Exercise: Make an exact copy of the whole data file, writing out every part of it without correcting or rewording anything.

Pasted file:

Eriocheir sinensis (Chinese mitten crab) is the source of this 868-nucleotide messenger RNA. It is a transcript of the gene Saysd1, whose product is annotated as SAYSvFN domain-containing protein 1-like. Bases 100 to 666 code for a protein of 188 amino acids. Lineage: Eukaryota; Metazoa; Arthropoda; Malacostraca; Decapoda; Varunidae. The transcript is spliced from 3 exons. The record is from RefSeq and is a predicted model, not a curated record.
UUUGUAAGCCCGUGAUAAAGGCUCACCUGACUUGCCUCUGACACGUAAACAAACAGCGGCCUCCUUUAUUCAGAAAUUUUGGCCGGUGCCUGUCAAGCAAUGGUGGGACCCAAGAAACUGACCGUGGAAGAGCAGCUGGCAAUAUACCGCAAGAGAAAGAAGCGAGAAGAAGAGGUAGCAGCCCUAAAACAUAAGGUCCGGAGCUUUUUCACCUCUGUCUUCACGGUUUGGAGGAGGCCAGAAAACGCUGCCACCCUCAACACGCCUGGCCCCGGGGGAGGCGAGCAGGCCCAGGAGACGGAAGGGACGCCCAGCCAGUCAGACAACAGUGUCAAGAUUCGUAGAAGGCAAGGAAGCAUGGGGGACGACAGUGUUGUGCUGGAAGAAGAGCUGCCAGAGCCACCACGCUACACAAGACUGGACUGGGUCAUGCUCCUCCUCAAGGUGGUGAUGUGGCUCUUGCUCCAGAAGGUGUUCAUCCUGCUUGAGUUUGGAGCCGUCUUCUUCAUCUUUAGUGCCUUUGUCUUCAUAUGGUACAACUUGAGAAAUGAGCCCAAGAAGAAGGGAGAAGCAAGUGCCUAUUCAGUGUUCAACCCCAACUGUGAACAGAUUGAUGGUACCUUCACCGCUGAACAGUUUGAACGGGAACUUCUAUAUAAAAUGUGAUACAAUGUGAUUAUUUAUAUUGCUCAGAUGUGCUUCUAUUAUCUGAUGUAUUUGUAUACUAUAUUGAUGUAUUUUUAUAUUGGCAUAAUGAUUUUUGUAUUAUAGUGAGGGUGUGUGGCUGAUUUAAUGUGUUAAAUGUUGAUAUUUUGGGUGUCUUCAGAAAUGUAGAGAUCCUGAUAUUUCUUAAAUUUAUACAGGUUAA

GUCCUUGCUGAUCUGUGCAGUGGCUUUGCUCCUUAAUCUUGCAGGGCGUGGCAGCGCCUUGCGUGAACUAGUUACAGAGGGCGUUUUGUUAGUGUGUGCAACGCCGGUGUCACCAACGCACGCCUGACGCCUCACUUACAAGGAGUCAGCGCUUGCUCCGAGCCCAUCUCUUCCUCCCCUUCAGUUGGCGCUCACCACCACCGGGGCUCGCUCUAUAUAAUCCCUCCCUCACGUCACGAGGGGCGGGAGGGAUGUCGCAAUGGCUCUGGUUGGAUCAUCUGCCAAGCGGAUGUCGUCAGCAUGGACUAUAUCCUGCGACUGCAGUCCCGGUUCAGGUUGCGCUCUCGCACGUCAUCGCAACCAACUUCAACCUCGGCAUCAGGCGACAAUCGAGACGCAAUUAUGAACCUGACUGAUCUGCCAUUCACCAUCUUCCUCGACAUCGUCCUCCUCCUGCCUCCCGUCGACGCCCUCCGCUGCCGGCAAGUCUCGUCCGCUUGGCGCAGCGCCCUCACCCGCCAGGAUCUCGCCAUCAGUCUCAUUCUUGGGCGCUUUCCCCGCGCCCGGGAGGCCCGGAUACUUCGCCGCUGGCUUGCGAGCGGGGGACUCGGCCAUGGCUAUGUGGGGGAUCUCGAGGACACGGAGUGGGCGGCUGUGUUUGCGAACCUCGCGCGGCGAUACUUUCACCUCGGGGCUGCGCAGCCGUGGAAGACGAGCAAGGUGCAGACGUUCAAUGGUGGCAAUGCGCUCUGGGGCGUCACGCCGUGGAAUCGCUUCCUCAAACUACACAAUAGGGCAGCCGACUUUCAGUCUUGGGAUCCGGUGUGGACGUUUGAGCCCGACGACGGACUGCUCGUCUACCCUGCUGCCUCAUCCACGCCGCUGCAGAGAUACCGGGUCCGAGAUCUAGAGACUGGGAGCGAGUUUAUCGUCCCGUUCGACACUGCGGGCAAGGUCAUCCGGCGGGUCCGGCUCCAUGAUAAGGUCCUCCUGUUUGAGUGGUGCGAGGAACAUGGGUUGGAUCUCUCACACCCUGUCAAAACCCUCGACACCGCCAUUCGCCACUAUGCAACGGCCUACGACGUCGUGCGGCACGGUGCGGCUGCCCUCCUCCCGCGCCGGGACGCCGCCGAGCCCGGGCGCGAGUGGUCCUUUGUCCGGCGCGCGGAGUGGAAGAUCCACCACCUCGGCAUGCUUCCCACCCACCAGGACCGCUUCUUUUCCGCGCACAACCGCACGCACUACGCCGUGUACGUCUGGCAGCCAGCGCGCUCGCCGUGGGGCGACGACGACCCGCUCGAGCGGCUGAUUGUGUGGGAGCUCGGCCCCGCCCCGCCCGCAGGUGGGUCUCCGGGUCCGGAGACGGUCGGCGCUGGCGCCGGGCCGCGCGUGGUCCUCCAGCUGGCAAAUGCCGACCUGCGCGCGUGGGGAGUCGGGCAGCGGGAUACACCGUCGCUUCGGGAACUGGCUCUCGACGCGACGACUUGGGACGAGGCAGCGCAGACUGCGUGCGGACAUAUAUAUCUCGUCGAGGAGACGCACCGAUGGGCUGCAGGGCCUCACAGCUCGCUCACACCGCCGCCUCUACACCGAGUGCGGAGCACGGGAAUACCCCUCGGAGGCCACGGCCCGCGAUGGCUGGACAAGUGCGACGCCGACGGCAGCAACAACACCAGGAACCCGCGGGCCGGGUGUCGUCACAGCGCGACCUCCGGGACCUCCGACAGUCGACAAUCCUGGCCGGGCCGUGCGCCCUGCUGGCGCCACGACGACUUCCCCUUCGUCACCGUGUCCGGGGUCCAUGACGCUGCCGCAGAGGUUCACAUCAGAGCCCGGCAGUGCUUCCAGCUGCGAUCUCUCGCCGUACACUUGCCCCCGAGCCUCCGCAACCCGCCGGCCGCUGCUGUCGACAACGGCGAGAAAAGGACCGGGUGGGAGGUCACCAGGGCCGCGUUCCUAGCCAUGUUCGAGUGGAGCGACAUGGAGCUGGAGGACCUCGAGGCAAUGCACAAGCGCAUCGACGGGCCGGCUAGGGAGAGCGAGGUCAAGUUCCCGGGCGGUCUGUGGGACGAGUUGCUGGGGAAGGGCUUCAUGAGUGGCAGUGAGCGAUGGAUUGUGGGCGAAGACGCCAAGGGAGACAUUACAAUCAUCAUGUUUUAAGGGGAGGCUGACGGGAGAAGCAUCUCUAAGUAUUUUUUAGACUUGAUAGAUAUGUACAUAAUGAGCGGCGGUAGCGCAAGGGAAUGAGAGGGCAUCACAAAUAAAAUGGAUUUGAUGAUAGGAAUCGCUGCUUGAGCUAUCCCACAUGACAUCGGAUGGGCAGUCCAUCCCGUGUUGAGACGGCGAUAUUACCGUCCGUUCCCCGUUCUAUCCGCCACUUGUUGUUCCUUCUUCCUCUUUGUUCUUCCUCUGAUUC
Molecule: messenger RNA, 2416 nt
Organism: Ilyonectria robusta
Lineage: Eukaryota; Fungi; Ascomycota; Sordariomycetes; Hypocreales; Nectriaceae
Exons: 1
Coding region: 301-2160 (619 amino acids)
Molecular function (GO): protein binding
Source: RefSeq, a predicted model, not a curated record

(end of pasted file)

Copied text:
Eriocheir sinensis (Chinese mitten crab) is the source of this 868-nucleotide messenger RNA. It is a transcript of the gene Saysd1, whose product is annotated as SAYSvFN domain-containing protein 1-like. Bases 100 to 666 code for a protein of 188 amino acids. Lineage: Eukaryota; Metazoa; Arthropoda; Malacostraca; Decapoda; Varunidae. The transcript is spliced from 3 exons. The record is from RefSeq and is a predicted model, not a curated record.
UUUGUAAGCCCGUGAUAAAGGCUCACCUGACUUGCCUCUGACACGUAAACAAACAGCGGCCUCCUUUAUUCAGAAAUUUUGGCCGGUGCCUGUCAAGCAAUGGUGGGACCCAAGAAACUGACCGUGGAAGAGCAGCUGGCAAUAUACCGCAAGAGAAAGAAGCGAGAAGAAGAGGUAGCAGCCCUAAAACAUAAGGUCCGGAGCUUUUUCACCUCUGUCUUCACGGUUUGGAGGAGGCCAGAAAACGCUGCCACCCUCAACACGCCUGGCCCCGGGGGAGGCGAGCAGGCCCAGGAGACGGAAGGGACGCCCAGCCAGUCAGACAACAGUGUCAAGAUUCGUAGAAGGCAAGGAAGCAUGGGGGACGACAGUGUUGUGCUGGAAGAAGAGCUGCCAGAGCCACCACGCUACACAAGACUGGACUGGGUCAUGCUCCUCCUCAAGGUGGUGAUGUGGCUCUUGCUCCAGAAGGUGUUCAUCCUGCUUGAGUUUGGAGCCGUCUUCUUCAUCUUUAGUGCCUUUGUCUUCAUAUGGUACAACUUGAGAAAUGAGCCCAAGAAGAAGGGAGAAGCAAGUGCCUAUUCAGUGUUCAACCCCAACUGUGAACAGAUUGAUGGUACCUUCACCGCUGAACAGUUUGAACGGGAACUUCUAUAUAAAAUGUGAUACAAUGUGAUUAUUUAUAUUGCUCAGAUGUGCUUCUAUUAUCUGAUGUAUUUGUAUACUAUAUUGAUGUAUUUUUAUAUUGGCAUAAUGAUUUUUGUAUUAUAGUGAGGGUGUGUGGCUGAUUUAAUGUGUUAAAUGUUGAUAUUUUGGGUGUCUUCAGAAAUGUAGAGAUCCUGAUAUUUCUUAAAUUUAUACAGGUUAA

GUCCUUGCUGAUCUGUGCAGUGGCUUUGCUCCUUAAUCUUGCAGGGCGUGGCAGCGCCUUGCGUGAACUAGUUACAGAGGGCGUUUUGUUAGUGUGUGCAACGCCGGUGUCACCAACGCACGCCUGACGCCUCACUUACAAGGAGUCAGCGCUUGCUCCGAGCCCAUCUCUUCCUCCCCUUCAGUUGGCGCUCACCACCACCGGGGCUCGCUCUAUAUAAUCCCUCCCUCACGUCACGAGGGGCGGGAGGGAUGUCGCAAUGGCUCUGGUUGGAUCAUCUGCCAAGCGGAUGUCGUCAGCAUGGACUAUAUCCUGCGACUGCAGUCCCGGUUCAGGUUGCGCUCUCGCACGUCAUCGCAACCAACUUCAACCUCGGCAUCAGGCGACAAUCGAGACGCAAUUAUGAACCUGACUGAUCUGCCAUUCACCAUCUUCCUCGACAUCGUCCUCCUCCUGCCUCCCGUCGACGCCCUCCGCUGCCGGCAAGUCUCGUCCGCUUGGCGCAGCGCCCUCACCCGCCAGGAUCUCGCCAUCAGUCUCAUUCUUGGGCGCUUUCCCCGCGCCCGGGAGGCCCGGAUACUUCGCCGCUGGCUUGCGAGCGGGGGACUCGGCCAUGGCUAUGUGGGGGAUCUCGAGGACACGGAGUGGGCGGCUGUGUUUGCGAACCUCGCGCGGCGAUACUUUCACCUCGGGGCUGCGCAGCCGUGGAAGACGAGCAAGGUGCAGACGUUCAAUGGUGGCAAUGCGCUCUGGGGCGUCACGCCGUGGAAUCGCUUCCUCAAACUACACAAUAGGGCAGCCGACUUUCAGUCUUGGGAUCCGGUGUGGACGUUUGAGCCCGACGACGGACUGCUCGUCUACCCUGCUGCCUCAUCCACGCCGCUGCAGAGAUACCGGGUCCGAGAUCUAGAGACUGGGAGCGAGUUUAUCGUCCCGUUCGACACUGCGGGCAAGGUCAUCCGGCGGGUCCGGCUCCAUGAUAAGGUCCUCCUGUUUGAGUGGUGCGAGGAACAUGGGUUGGAUCUCUCACACCCUGUCAAAACCCUCGACACCGCCAUUCGCCACUAUGCAACGGCCUACGACGUCGUGCGGCACGGUGCGGCUGCCCUCCUCCCGCGCCGGGACGCCGCCGAGCCCGGGCGCGAGUGGUCCUUUGUCCGGCGCGCGGAGUGGAAGAUCCACCACCUCGGCAUGCUUCCCACCCACCAGGACCGCUUCUUUUCCGCGCACAACCGCACGCACUACGCCGUGUACGUCUGGCAGCCAGCGCGCUCGCCGUGGGGCGACGACGACCCGCUCGAGCGGCUGAUUGUGUGGGAGCUCGGCCCCGCCCCGCCCGCAGGUGGGUCUCCGGGUCCGGAGACGGUCGGCGCUGGCGCCGGGCCGCGCGUGGUCCUCCAGCUGGCAAAUGCCGACCUGCGCGCGUGGGGAGUCGGGCAGCGGGAUACACCGUCGCUUCGGGAACUGGCUCUCGACGCGACGACUUGGGACGAGGCAGCGCAGACUGCGUGCGGACAUAUAUAUCUCGUCGAGGAGACGCACCGAUGGGCUGCAGGGCCUCACAGCUCGCUCACACCGCCGCCUCUACACCGAGUGCGGAGCACGGGAAUACCCCUCGGAGGCCACGGCCCGCGAUGGCUGGACAAGUGCGACGCCGACGGCAGCAACAACACCAGGAACCCGCGGGCCGGGUGUCGUCACAGCGCGACCUCCGGGACCUCCGACAGUCGACAAUCCUGGCCGGGCCGUGCGCCCUGCUGGCGCCACGACGACUUCCCCUUCGUCACCGUGUCCGGGGUCCAUGACGCUGCCGCAGAGGUUCACAUCAGAGCCCGGCAGUGCUUCCAGCUGCGAUCUCUCGCCGUACACUUGCCCCCGAGCCUCCGCAACCCGCCGGCCGCUGCUGUCGACAACGGCGAGAAAAGGACCGGGUGGGAGGUCACCAGGGCCGCGUUCCUAGCCAUGUUCGAGUGGAGCGACAUGGAGCUGGAGGACCUCGAGGCAAUGCACAAGCGCAUCGACGGGCCGGCUAGGGAGAGCGAGGUCAAGUUCCCGGGCGGUCUGUGGGACGAGUUGCUGGGGAAGGGCUUCAUGAGUGGCAGUGAGCGAUGGAUUGUGGGCGAAGACGCCAAGGGAGACAUUACAAUCAUCAUGUUUUAAGGGGAGGCUGACGGGAGAAGCAUCUCUAAGUAUUUUUUAGACUUGAUAGAUAUGUACAUAAUGAGCGGCGGUAGCGCAAGGGAAUGAGAGGGCAUCACAAAUAAAAUGGAUUUGAUGAUAGGAAUCGCUGCUUGAGCUAUCCCACAUGACAUCGGAUGGGCAGUCCAUCCCGUGUUGAGACGGCGAUAUUACCGUCCGUUCCCCGUUCUAUCCGCCACUUGUUGUUCCUUCUUCCUCUUUGUUCUUCCUCUGAUUC
Molecule: messenger RNA, 2416 nt
Organism: Ilyonectria robusta
Lineage: Eukaryota; Fungi; Ascomycota; Sordariomycetes; Hypocreales; Nectriaceae
Exons: 1
Coding region: 301-2160 (619 amino acids)
Molecular function (GO): protein binding
Source: RefSeq, a predicted model, not a curated record